If you have purchased or been given a non-compliant child safety seat, you can file a complaint with the NHTSA.

[A version of this story was first published February 14, 2019. It has been updated.]

The very best of Motherly — delivered when you need it most.
Subscribe for inspiration, empowering articles and expert tips to rock your best #momlife.

It's finally 2020. It's hard to believe but the old decade is over, the new one is here and it is bringing a lot of new life with it. The babies born this year are members of Generation Alpha and the world is waiting for them.

We're only a few days into the new year and there are already some new celebrity arrivals making headlines while making their new parents proud.

If your little one arrived (or is due to arrive) in 2020, they've got plenty of high profile company.

Here are all the celebrity babies born in 2020 (so far):

Ashley Graham is a mama! 🎉

A new chapter is unfolding for model and podcaster Ashley Graham, who just announced she and her husband Justin Ervin have met their baby.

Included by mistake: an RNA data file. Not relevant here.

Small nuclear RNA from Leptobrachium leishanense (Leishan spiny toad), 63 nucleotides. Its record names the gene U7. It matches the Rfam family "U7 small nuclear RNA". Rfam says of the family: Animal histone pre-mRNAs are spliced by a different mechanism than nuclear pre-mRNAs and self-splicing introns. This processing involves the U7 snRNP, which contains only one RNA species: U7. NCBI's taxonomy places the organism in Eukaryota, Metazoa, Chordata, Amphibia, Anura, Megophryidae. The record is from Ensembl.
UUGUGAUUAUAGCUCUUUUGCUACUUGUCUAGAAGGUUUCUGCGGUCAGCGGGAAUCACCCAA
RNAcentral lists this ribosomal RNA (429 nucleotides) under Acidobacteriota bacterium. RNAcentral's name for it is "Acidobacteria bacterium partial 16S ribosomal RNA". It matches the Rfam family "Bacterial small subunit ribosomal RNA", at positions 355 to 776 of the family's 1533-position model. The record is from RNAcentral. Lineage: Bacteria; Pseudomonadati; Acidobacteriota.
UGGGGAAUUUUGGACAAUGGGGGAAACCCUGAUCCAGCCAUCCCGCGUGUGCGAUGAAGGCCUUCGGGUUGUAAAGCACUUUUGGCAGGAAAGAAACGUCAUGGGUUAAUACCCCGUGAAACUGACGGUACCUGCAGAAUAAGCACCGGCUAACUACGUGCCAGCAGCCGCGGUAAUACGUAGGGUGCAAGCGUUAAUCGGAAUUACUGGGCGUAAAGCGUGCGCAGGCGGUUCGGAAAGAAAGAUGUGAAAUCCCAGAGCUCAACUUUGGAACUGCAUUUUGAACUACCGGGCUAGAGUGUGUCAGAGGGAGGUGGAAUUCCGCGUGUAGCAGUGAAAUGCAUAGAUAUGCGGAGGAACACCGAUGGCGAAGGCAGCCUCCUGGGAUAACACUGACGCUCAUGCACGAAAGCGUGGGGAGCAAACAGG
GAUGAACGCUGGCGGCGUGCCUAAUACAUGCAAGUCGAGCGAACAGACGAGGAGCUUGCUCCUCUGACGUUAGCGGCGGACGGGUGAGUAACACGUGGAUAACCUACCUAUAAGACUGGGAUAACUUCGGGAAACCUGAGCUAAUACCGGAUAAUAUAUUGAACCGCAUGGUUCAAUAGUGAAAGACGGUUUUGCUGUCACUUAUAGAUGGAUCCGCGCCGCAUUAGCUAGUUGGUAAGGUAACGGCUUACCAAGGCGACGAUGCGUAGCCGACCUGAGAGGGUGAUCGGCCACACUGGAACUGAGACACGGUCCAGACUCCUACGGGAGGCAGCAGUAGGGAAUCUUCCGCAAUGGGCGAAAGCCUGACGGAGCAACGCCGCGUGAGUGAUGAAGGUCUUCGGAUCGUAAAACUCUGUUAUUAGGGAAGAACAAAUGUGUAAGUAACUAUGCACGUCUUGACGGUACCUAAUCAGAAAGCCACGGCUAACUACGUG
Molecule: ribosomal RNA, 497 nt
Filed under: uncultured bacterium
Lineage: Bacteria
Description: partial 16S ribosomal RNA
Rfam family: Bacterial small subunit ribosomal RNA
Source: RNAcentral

The baby arrived Saturday, according to a post made on Graham's Instagram Stories.

"At 6:00pm on Saturday our lives changed for the better," reads the Story. "Thank you for all your love and support during this incredible time."

Graham previously announced that she and Ervin were expecting a son. They initially announced the pregnancy on their ninth wedding anniversary.

Congratulations to Ashley and Justin!

Cameron Diaz and Benji Madden just welcomed a baby girl! 🎉

Surprise! Cameron Diaz and Benji Madden are ringing in the New Year as first-time parents!

"Happy New Year from the Maddens!" reads a birth announcement posted to both Diaz and Madden's Instagram accounts. "We are so happy, blessed and grateful to begin this new decade by announcing the birth of our daughter, Raddix Madden. She has instantly captured our hearts and completed our family."

Raddix Madden is the first child for Diaz, 47, and Madden, 40.

The couple say they won't be posting any pictures of their daughter on social media as they "feel a strong instinct to protect our little one's privacy."

Congratulations to the Maddens! 🎉

Dylan Dreyer of 'Today' is a mom of 2! 

Today meteorologist Dylan Dreyer and her husband Brian Fichera, welcomed their second child, Oliver George Fichera, the first week of January 2020. Oliver joins his big brother Calvin to make the family a foursome.

Dreyer is still recovering from birth but her voice was on TV this week when she called into her show with an update on her new family. "I feel good," Dylan told her colleagues. "I just feel so happy and so blessed."